— Vladimir Nabokov, Transparent Things


our brain is not an ideal organ for constant retrospection

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Jake & Dinos Chapman, One Day You Will No Longer Be Loved III, 2008 

PERSONAL PAST

Pure Time, Perceptual Time, Tangible Time, Time free of content and context, this, then, is the kind of Time described by my creature under my sympathetic direction. The Past is also part of the tissue, part of the present, but it looks somewhat out of focus. The Past is a constant accumulation of images, but our brain is not an ideal organ for constant retrospection and the best we can do is to pick out and try to retain those patches of rainbow light flitting through memory. The act of retention is the act of art, artistic selection, artistic blending, artistic re-combination of actual events. The bad memoirist re-touches his past, and the result is a blue-tinted or pink-shaded photograph taken by a stranger to console sentimental bereavement. The good memoirist, on the other hand, does his best! to preserve the utmost truth of the detail. One of the ways he achieves his intent is to find the right spot on his canvas for placing the right patch of remembered color. 

Vladimir Nabokov, Interview with Kurt Hoffman for the Bayerischer Rundfunk in 1971.


Anna Karenina

Burnbook

+ An A from Nabokov "It was officially called “European Literature of the Nineteenth Century,” but unofficially called “Dirty Lit” by the Cornell Daily Sun, since it dealt with adultery in Anna Karenina and Madame Bovary"

+ Books: 10 All-Time Greatest 1. Leo Tolstoy, Anna Karenina (1878)

Nabokov allows that “the thing cannot be done: Tolstoy is homogeneous, is one,” and the “truth which he was ponderously groping for or magically finding just around the corner, was always the same truth — the truth was he and this he was an art.”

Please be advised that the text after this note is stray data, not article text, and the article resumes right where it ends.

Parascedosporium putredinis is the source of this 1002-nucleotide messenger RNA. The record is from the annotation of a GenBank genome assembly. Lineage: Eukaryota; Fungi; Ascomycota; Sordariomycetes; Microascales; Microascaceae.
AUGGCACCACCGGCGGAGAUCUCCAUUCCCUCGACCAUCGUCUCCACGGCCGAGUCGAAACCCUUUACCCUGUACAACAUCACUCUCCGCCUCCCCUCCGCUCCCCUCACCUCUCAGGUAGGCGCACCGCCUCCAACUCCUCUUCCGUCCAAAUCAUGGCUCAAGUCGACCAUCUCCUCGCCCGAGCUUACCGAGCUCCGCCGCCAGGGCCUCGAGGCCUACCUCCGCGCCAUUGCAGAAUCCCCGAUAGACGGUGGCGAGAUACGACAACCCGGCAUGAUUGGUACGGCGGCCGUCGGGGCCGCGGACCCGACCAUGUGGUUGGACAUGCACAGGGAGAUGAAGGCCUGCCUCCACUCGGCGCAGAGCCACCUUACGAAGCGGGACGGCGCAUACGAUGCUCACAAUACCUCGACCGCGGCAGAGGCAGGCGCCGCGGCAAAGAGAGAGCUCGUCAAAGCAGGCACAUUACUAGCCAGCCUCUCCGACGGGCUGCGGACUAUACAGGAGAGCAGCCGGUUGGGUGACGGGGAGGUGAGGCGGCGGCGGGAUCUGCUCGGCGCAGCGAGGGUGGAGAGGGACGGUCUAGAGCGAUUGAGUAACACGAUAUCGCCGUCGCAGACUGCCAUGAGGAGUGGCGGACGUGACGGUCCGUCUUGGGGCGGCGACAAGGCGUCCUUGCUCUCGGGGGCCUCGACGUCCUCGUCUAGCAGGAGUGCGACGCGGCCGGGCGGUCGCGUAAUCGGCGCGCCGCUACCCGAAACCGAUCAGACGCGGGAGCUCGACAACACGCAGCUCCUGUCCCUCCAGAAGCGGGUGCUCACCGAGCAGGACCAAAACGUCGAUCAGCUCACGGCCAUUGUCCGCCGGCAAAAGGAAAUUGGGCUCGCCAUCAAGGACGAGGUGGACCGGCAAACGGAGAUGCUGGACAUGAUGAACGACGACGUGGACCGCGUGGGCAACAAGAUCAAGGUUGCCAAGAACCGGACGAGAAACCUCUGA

+ Reading “Anna Karenina”
 themodelburnbook 

Vladimir Nabokov died on this day in 1977

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“A good reader, a major reader, an active and creative reader is a rereader.”
Vladimir Nabokov, Lectures on Literature
+ “The Art of Translation” BY VLADIMIR NABOKOV: “Mr. Nabokov is in the habit of introducing any job of this kind which he undertakes by an announcement that he is unique and incomparable,” Wilson wrote in a 1965 review of Nabokov’s translation of Eugene Onegin, “and that everybody else who has attempted it is an oaf and an ignoramus.”
“Véra has blue eyes and a birdlike profile. Her hair is completely white. They are soon to celebrate a wedding anniversary, “our golden,” Nabokov says. They met in Berlin and married there in 1925, but they might as easily have met in Leningrad. “We went to the same dancing class, didn’t we?” he asks. It has not been an unhappy marriage then? “That is the understatement of the century,” Nabokov smiles.”
+ An Old Magician Named Nabokov Writes and Lives in Splendid Exile by James Salter

‘You’ll never be a writer.’

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Nationality: without. Eyes: grey.

‘Mr. Nabokov, I want to be a writer.’ Nabokov looks up from his reading and points to a tree outside his office window.

‘What kind of tree is that?’ he asks the student.

‘What?’

‘What is the name of that tree?’ asks Nabokov. ‘The one outside my window.’

‘I don’t know,’ says the student.

‘You’ll never be a writer.’ says Nabokov.

 kinbote / wordmeds 

Reality is a very subjective affair